This gentle, woolly giant makes quite an impression, and once you get to know one for yourself, it’s not much of a surprise that they come from a long line of protectors. According to AKC, Great Pyrenees were bred centuries ago to work as herders in the Pyrenees mountains, watching over flocks and scaring away wolves and bears.
Though they look forbidding enough to scare away predators, they’re cuddly teddy bears inside—with endless love and affection for family members, a penchant for patience, and an impressive weatherproof double-coat that can be all white or white with markings of gray, tan, reddish-brown, or badger.
Their coif is one of their most noticeable assets, and though it might seem like an intimidating amount to manage, it’s actually fairly easy to keep under control—and it even has its own sort of self-cleaning system down!
Regardless, any amount of brushing, raking, and trimming is worth it for this breed. Their loyalty and kindness will capture your heart in an instant.
But, to help you with the whole hair maintenance issue, here are some Great Pyrenees grooming tips that are unique to this breed.
Keeping your Great Pyrenees looking incredible is all about tending to their fluffy tresses. They don’t need endless trips to the groomers, but they do need some serious upkeep on your part to prevent mats and keep them looking tidy. Here are some tips:
- Spend about 30 minutes a week brushing your pup to prevent mats and tangles. The best brush is a curved-bristle metal slicker followed by a wide-toothed stainless steel comb or grooming rake. Essentially, you want something that’s able to penetrate all the way through the fur. Make sure to really get the fluff around the neck, the tail, the rear, and their back legs.
- Check them regularly for any eye, ear, or mouth issues—you have to be on top of things since much can be hidden under that oversized coat.
- It’s important to keep an eye on your dog’s dewclaw (they have them in the front and back), because if they aren’t trimmed up, they can curl and stab them in the leg—ouch!
- They’ll only need a bath every 3 to 4 months since their coat doesn’t really hold dirt (or it can usually be brushed out). You don’t want to go overboard, lest you irritate their skin.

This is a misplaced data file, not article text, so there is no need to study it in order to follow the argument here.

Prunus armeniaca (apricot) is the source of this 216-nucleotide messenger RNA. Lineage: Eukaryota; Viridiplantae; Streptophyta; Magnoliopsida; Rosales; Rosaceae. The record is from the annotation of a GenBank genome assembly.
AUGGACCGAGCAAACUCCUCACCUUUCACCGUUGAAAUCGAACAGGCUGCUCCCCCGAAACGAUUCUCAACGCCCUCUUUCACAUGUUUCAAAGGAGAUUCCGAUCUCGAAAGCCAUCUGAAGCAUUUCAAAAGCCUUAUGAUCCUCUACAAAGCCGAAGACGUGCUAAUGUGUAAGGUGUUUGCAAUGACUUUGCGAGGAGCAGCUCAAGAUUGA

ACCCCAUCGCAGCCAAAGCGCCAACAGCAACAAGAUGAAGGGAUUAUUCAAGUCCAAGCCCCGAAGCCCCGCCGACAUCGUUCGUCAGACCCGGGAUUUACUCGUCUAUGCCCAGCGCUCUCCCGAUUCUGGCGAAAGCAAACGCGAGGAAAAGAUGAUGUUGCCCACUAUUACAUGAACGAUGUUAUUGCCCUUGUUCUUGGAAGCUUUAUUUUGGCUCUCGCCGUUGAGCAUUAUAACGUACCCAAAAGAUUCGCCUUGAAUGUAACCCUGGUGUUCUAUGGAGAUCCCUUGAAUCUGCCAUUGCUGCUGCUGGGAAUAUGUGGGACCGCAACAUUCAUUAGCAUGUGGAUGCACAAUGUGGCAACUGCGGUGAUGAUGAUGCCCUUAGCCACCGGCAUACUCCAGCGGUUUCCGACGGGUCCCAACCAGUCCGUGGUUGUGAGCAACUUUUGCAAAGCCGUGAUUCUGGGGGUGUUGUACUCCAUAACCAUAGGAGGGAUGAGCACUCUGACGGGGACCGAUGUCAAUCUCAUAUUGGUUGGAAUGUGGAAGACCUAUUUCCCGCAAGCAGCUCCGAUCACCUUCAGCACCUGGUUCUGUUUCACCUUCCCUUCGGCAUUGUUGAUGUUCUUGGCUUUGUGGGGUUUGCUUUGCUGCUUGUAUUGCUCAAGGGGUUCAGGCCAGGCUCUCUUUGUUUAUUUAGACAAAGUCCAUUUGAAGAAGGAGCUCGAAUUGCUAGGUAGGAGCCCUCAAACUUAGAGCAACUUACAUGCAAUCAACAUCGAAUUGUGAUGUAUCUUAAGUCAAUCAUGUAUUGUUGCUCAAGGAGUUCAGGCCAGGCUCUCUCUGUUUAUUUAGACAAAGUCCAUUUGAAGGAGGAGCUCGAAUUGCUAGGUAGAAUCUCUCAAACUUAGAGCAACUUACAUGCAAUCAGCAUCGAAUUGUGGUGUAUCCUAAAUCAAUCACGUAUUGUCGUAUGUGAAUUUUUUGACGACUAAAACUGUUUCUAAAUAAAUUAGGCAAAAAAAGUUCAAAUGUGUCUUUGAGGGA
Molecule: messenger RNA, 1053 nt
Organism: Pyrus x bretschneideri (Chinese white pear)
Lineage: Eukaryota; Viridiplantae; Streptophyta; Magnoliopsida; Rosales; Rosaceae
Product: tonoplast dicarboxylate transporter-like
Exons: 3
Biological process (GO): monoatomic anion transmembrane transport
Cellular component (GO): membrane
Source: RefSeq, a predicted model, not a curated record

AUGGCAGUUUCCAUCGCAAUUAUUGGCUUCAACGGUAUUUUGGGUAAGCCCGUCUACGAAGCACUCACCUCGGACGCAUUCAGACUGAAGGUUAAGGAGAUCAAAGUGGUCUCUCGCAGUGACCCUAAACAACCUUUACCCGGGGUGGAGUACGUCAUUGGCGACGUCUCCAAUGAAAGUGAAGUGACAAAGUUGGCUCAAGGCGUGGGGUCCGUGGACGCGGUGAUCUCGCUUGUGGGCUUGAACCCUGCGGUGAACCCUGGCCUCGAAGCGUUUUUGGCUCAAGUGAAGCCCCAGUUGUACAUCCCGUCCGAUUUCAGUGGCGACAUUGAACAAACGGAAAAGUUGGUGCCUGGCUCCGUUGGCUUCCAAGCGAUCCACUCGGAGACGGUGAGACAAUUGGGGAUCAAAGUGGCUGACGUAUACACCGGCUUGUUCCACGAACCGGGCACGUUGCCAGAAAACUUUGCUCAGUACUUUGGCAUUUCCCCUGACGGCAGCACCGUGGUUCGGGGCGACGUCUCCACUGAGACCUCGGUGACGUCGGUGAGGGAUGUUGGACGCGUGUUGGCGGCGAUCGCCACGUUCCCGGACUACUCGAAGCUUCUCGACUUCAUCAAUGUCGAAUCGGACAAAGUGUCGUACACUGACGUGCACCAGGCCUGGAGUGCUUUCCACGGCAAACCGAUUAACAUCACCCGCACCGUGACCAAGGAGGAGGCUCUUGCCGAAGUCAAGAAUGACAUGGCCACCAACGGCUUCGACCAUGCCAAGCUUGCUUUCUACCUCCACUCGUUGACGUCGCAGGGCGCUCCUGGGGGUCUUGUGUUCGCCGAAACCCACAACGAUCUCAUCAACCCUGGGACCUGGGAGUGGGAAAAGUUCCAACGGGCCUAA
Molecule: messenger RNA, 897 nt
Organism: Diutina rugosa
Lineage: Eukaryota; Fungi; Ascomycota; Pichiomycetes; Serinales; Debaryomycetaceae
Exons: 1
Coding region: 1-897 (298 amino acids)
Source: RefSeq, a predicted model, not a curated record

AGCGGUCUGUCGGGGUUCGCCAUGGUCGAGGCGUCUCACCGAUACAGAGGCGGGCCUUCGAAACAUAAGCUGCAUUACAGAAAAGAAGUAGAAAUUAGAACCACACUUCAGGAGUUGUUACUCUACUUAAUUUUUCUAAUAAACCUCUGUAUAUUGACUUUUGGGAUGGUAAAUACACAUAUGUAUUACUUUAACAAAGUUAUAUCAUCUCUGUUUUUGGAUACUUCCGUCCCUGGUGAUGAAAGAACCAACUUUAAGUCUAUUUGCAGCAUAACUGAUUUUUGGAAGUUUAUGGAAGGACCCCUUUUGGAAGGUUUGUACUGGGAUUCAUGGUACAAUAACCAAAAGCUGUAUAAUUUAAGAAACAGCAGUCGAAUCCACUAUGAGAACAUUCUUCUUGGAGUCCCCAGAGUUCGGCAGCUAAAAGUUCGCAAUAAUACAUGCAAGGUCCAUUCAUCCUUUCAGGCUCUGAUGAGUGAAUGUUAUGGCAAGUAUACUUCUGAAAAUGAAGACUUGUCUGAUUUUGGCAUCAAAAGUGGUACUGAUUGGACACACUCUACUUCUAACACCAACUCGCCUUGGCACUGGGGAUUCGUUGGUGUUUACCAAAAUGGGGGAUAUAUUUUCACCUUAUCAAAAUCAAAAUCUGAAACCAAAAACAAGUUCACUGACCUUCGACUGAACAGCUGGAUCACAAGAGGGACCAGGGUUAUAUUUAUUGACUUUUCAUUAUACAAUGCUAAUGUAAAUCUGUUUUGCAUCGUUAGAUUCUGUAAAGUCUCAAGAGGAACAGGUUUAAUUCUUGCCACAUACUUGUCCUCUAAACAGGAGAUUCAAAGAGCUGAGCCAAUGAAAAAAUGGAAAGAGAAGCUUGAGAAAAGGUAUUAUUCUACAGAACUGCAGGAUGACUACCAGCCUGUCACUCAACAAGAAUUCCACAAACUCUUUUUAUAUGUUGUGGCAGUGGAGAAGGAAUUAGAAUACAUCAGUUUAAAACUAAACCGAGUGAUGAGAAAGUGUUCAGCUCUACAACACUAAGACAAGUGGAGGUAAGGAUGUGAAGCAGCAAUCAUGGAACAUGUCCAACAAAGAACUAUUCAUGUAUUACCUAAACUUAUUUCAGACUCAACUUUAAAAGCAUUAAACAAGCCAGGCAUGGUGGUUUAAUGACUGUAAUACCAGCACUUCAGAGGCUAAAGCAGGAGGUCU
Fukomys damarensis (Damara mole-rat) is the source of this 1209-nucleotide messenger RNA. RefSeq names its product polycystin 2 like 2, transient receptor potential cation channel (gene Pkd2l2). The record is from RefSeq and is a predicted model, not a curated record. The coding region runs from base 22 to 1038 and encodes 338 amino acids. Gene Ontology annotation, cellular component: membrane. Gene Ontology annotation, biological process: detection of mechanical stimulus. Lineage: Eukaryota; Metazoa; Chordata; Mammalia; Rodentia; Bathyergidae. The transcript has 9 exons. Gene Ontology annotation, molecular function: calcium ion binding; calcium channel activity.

- Don’t shave your Great Pyrenees, even in the summer. Their double coat helps keep them warm in the winter and cool in the summer, so aside from a little trimming, it should be left on the longer side.
- Also, prepare yourself for a GIANT amount of shedding once or twice a year when your Pyrenees is “blowing their coat.” During this time you’re going to want to brush your pup lots—and it’ll be over before you know it. (OK, maybe we’re being a little optimistic there.)
1. Thin & Trim (T & T)
As we mentioned before, shaving this dog is never a good idea because their double coat protects them from both sun and cold conditions. But there are some owners who want their Great Pyrenees to be just a tad less fluffy. To make these folks happy groomers will sometimes do the T & T (Thin & Trim) haircut to clean things up a bit.
This cut involves using a large size snap-on comb (like Andis O, A, C or E) for trimming up the coat while keeping their good looks front and center. Grooming shears are also used to scissor-sculpt the rest of your pup, following their natural outline.
2. The Show Look
However you decide to groom your Great Pyrenees, they’re going to look dignified, regal and oh-so-sweet—and you’ll be happy once you find the right style that fits in with your family (and budget, and free time).
Just remember to always pay attention to the cues that your dog is giving you, and if something is causing them stress, then it may be time to find a different approach/hairstyle/groomer/etc. We hope these hairstyle ideas and grooming tips have been useful for jazzing up your pup’s coif. Happy clipping!
Does your dog need a fresh trim? A groomer can now come to your house! Rover offers dog grooming in Seattle, Austin, Washington DC, and Denver. To learn more, please check out our page here.